LP: I mean, it's a bit of both. I think it's like anything else. I like always staying very hands-on. So even when you're a lead at Double Fine, you're pretty much still doing fulltime production work, as well as being a lead and a manager. So it's challenging to balance all that load correctly. But I enjoy it. I feel like the best leads I've worked with are people who still keep their hands dirty in the production all the time; they have the best understanding of what you're doing and can offer more poignant advice and guidance. So I strive to be like that. I also really enjoy lots of different things. I enjoy, you know, art and art direction, but I also really enjoy game design and writing and other things. And lighting is one of the things that I do a lot of on the games I work on. So you know, it kind of made sense for me to help out when they needed help on that. Ultimately, we're a small studio so people move around a lot. One of the advantages to sometimes having multiple projects is that they're in slightly different phases of development and then you get extra help at the beginning or end. Even though I didn't work a lot on them, I helped out a lot with Happy Action Theater and Costume Quest 2 and all these other games I have gone and spent some time on as well.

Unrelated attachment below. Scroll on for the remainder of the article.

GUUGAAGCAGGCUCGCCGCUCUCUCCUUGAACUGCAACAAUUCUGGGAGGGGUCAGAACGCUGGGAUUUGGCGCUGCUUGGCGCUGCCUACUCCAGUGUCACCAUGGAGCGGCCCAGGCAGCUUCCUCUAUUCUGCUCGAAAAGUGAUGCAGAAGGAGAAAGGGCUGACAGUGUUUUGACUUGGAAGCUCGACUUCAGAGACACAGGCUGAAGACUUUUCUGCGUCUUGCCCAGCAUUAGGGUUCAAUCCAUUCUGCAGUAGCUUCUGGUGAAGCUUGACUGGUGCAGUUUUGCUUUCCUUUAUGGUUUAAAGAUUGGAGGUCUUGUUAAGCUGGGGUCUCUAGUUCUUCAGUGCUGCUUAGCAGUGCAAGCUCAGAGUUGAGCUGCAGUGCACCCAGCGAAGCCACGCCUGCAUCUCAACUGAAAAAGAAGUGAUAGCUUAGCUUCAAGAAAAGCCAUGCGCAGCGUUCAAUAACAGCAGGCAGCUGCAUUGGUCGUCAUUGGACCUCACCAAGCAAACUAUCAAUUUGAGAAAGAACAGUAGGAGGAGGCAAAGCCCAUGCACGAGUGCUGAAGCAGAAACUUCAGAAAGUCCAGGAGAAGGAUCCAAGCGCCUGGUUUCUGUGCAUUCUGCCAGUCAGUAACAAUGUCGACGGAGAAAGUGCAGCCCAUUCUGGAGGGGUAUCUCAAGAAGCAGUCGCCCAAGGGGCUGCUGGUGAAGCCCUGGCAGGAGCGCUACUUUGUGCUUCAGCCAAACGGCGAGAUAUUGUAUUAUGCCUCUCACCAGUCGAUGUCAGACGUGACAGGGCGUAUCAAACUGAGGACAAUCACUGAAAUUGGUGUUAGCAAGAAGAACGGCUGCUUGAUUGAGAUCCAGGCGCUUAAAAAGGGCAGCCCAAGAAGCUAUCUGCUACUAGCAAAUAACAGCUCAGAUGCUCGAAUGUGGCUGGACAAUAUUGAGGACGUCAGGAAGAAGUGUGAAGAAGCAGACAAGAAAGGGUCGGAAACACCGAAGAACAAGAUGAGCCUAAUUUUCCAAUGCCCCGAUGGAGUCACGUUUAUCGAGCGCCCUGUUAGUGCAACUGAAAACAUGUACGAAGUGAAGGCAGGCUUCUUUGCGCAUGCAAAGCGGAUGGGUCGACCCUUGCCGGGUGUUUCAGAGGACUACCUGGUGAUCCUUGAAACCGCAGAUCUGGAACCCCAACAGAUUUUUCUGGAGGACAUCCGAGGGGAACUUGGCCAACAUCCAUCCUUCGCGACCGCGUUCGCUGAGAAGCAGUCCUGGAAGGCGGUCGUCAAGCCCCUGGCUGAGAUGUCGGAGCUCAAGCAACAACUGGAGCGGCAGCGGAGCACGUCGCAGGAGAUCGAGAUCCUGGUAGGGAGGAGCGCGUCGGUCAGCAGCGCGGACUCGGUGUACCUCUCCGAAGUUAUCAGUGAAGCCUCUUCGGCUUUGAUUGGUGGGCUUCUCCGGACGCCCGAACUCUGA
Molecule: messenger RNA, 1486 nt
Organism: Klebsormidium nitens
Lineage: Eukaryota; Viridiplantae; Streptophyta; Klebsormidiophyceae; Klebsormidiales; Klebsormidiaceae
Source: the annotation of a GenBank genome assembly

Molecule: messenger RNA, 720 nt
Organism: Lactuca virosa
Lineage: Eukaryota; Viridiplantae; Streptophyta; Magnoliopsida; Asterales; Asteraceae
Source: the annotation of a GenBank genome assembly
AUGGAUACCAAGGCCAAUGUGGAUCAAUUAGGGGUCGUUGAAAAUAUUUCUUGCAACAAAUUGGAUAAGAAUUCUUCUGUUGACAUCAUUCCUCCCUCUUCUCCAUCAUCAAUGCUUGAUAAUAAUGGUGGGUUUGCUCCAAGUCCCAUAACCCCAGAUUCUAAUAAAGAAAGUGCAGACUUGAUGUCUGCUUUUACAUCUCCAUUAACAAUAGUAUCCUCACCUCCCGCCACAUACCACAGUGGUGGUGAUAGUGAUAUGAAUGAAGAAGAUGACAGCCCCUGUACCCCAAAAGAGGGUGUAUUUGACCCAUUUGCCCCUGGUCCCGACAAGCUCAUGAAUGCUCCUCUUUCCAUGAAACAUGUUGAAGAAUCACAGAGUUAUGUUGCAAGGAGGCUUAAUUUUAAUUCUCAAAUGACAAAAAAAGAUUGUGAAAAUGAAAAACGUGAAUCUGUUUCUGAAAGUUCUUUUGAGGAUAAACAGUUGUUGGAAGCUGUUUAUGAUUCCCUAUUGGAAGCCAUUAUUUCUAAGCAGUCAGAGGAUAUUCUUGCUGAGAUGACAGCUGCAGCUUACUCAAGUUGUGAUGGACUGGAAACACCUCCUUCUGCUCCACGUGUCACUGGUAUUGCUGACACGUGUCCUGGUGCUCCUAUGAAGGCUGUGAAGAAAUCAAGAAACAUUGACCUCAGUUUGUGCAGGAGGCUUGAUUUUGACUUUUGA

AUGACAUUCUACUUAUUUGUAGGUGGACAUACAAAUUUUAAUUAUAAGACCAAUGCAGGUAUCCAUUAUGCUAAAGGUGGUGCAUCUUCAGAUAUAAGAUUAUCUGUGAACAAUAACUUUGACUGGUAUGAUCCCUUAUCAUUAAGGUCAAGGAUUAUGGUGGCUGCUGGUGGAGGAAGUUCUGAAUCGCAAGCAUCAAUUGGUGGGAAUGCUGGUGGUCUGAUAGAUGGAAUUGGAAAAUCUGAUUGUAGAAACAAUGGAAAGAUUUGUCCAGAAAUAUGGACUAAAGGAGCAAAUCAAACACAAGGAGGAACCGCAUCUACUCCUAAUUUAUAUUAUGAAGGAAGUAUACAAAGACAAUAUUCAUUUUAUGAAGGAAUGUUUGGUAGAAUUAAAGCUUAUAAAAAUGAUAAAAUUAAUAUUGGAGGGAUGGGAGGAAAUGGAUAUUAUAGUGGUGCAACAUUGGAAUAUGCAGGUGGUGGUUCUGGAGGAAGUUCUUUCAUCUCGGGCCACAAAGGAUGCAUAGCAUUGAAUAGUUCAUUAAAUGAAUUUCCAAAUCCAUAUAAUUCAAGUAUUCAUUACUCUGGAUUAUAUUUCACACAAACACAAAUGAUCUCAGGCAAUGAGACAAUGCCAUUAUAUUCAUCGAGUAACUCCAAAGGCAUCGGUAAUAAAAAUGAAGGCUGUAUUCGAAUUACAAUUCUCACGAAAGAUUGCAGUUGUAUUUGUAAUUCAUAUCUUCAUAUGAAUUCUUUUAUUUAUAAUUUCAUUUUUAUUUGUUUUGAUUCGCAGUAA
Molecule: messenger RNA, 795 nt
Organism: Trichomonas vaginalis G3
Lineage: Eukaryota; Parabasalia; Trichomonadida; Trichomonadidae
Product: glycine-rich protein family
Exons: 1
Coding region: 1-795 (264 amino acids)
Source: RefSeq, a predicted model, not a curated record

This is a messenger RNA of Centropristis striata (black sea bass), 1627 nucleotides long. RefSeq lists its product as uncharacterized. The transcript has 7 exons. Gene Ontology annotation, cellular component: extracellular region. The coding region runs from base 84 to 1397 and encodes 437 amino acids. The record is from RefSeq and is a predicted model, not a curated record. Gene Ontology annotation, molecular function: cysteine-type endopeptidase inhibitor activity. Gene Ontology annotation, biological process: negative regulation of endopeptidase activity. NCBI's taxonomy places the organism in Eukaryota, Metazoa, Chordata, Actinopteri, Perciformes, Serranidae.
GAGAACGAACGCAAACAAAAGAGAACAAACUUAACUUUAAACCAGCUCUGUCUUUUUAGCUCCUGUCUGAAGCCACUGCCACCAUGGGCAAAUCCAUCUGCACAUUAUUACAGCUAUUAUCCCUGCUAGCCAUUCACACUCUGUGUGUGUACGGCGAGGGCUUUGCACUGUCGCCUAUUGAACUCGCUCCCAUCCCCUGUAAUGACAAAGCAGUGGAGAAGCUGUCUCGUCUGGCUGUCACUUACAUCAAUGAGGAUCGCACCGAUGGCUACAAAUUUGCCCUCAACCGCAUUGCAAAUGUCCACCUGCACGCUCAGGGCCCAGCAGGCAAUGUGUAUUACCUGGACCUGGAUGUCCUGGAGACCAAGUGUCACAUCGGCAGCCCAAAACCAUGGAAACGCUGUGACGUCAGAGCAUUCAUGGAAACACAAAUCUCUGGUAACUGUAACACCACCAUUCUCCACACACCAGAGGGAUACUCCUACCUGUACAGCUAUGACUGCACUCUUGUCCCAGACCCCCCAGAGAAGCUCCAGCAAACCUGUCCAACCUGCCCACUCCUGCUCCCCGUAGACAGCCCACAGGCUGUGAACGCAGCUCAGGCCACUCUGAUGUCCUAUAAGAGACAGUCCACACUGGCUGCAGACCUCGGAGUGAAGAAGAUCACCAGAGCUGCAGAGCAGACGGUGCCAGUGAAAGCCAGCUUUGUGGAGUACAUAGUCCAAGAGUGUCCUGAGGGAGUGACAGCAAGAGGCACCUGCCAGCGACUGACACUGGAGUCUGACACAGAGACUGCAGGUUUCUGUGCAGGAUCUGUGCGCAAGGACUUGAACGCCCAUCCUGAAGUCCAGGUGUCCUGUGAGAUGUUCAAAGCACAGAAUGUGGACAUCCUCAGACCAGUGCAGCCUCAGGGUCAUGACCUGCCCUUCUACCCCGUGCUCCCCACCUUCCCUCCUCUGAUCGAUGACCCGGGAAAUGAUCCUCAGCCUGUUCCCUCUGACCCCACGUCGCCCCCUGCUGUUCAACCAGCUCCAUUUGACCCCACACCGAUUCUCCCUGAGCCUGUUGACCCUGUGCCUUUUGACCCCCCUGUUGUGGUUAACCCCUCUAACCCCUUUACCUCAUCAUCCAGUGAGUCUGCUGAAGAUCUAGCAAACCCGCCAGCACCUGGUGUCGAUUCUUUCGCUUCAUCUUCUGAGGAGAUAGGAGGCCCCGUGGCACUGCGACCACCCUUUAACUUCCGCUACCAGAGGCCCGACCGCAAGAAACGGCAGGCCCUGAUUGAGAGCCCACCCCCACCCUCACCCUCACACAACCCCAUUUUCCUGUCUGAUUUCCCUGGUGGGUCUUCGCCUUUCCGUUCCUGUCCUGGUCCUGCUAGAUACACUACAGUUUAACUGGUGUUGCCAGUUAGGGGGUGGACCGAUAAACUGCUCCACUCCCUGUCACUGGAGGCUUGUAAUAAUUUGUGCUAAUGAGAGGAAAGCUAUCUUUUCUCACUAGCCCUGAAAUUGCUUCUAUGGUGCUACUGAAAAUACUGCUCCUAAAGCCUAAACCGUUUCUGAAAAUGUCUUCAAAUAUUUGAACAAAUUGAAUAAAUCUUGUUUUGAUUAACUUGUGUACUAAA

GI: From your personal history within Double Fine, how you first got started directing projects, was it just that first Amnesia Fortnight or were you approached to direct projects? How did that whole thing work out?
LP: Well, you know, on Brütal Legend, I was the director, and we had a very flat structure on the art team. We had a lead animator, and there [were] maybe 13 animators on that project. There was a lot of animators on that project. But I was the art director, and so basically every artist reported to me [laughs]. So it's like 22 direct reports, you know? And so I was doing a lot of high level direction and helping a lot [to] coordinate things. And so I think Tim, what he told me at the time is he wanted to see how I would do leading a project. And I had always been pitching him on the side on various ideas. I was interested in working on a project that was smaller in size, both in terms of the game and the team, that was kind of in that 12 to 14 person team member size, which is what Stacking was. And so I kind of was always pitching him ideas. And when Amnesia Fortnight came around, I kind of had a pitch ready for him, and lobbied to get that done. I just kind of went from there.